After an event like the shooting in Colorado we all stop and think and wonder what we would have done, what we could have done and what we should do now. Those of us interested in personal safety and survival try to look at the events as a learning opportunity. Dissecting it piece by piece to see what we could do in that same situation to either try to prevent it or if that isn’t possible how to deal once we are thrust into it.
This is good, but the problem is sometimes we get off the point. I received emails from 2 people, read 3 posts, had a face to face discussion and a comment left on my FaceBook about how stupid these parents were to let their kids go to a movie at midnight especially this one. Almost all of the people who made the comments are people I highly respect, but still I am not sure this perspective belongs in this discussion.
I do think part of the discussion should be, is this a safe place to go? Is this a safe to take my family, to allow my children to go? About 95% of all my training has focused on avoiding stupid people and places. If it seems dangerous before you even go then don’t go. Most of us carry a gun for the times like the situation in Colorado where we have deemed the place relatively safe, but since we can’t predict crazy, we carry and prepare just in case. Honestly, I think most movies theaters are a place I would consider “safe.” Lots of factors to consider: what part of town is it in, is there a history of problems, who is frequenting that particular theater.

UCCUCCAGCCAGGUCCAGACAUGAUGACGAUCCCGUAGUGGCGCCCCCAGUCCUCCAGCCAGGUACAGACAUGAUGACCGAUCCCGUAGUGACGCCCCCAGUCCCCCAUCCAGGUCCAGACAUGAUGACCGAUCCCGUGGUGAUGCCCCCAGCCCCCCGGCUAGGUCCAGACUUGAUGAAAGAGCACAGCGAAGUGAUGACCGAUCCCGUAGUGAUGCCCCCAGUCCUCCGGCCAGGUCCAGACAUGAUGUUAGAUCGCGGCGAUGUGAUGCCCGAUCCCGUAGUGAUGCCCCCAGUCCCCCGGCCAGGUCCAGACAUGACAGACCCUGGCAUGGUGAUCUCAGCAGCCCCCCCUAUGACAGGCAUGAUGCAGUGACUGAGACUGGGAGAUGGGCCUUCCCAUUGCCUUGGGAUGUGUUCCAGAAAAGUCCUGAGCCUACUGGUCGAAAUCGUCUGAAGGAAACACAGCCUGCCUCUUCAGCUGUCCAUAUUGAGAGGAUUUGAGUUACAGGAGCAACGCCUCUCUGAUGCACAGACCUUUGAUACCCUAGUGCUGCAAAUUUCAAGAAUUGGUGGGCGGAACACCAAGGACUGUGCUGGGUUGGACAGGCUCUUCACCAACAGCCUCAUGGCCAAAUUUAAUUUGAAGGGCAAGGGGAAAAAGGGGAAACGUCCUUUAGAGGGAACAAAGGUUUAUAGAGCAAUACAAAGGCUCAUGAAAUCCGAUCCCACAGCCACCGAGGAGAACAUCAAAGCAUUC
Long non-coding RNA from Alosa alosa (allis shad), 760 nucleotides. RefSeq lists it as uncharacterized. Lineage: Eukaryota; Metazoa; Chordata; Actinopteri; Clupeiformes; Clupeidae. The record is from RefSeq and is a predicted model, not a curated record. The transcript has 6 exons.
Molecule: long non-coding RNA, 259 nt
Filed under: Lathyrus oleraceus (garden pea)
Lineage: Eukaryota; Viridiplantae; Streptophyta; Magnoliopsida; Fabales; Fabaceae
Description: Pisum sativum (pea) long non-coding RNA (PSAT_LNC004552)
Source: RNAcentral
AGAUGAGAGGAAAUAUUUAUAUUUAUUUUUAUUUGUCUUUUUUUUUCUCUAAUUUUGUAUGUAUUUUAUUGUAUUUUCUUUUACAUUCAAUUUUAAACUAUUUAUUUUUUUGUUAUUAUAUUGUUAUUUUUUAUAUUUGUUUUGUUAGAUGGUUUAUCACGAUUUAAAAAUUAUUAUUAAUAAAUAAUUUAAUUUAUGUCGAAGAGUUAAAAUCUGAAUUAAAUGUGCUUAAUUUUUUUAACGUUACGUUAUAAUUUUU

We have 3 theaters in my town. Two of them my husband and I have decided are seedy enough that we will not go or let our children go. They are dumpy and several of the folks that are at the theater often times are not there to see a movie, they are just there loitering. Young kids with saggy pants just hanging around. Yes, I am profiling and judging on appearance and behavior alone. The third one though, we do go there. It is a large clean theater near the mall. The parking lot is well lit and for the most part we have not seen any kind of trouble or anything that alerts us to a problem waiting to happen.
For me even though there is nothing that tells me avoid this place I still go armed, but in my state it is not illegal to take my gun into a theater. It may not be looked upon kindly by some of the theaters, but again it’s not illegal and the worst that could happen is a trespassing charge.
The time one is out and about is another thing to consider. Generally, it is not a great idea to be out after midnight, but there are exceptions. We have not seen a lot of shootings at movie theaters. Yes, those kinds of venues are ripe for exactly what we saw happen last week, but if we stop and think about all the movies theaters in the world and the number of people who attend verses how many people have been shot the number is low enough that I would take the risk to take my kiddos to a movie even after midnight. In fact I have.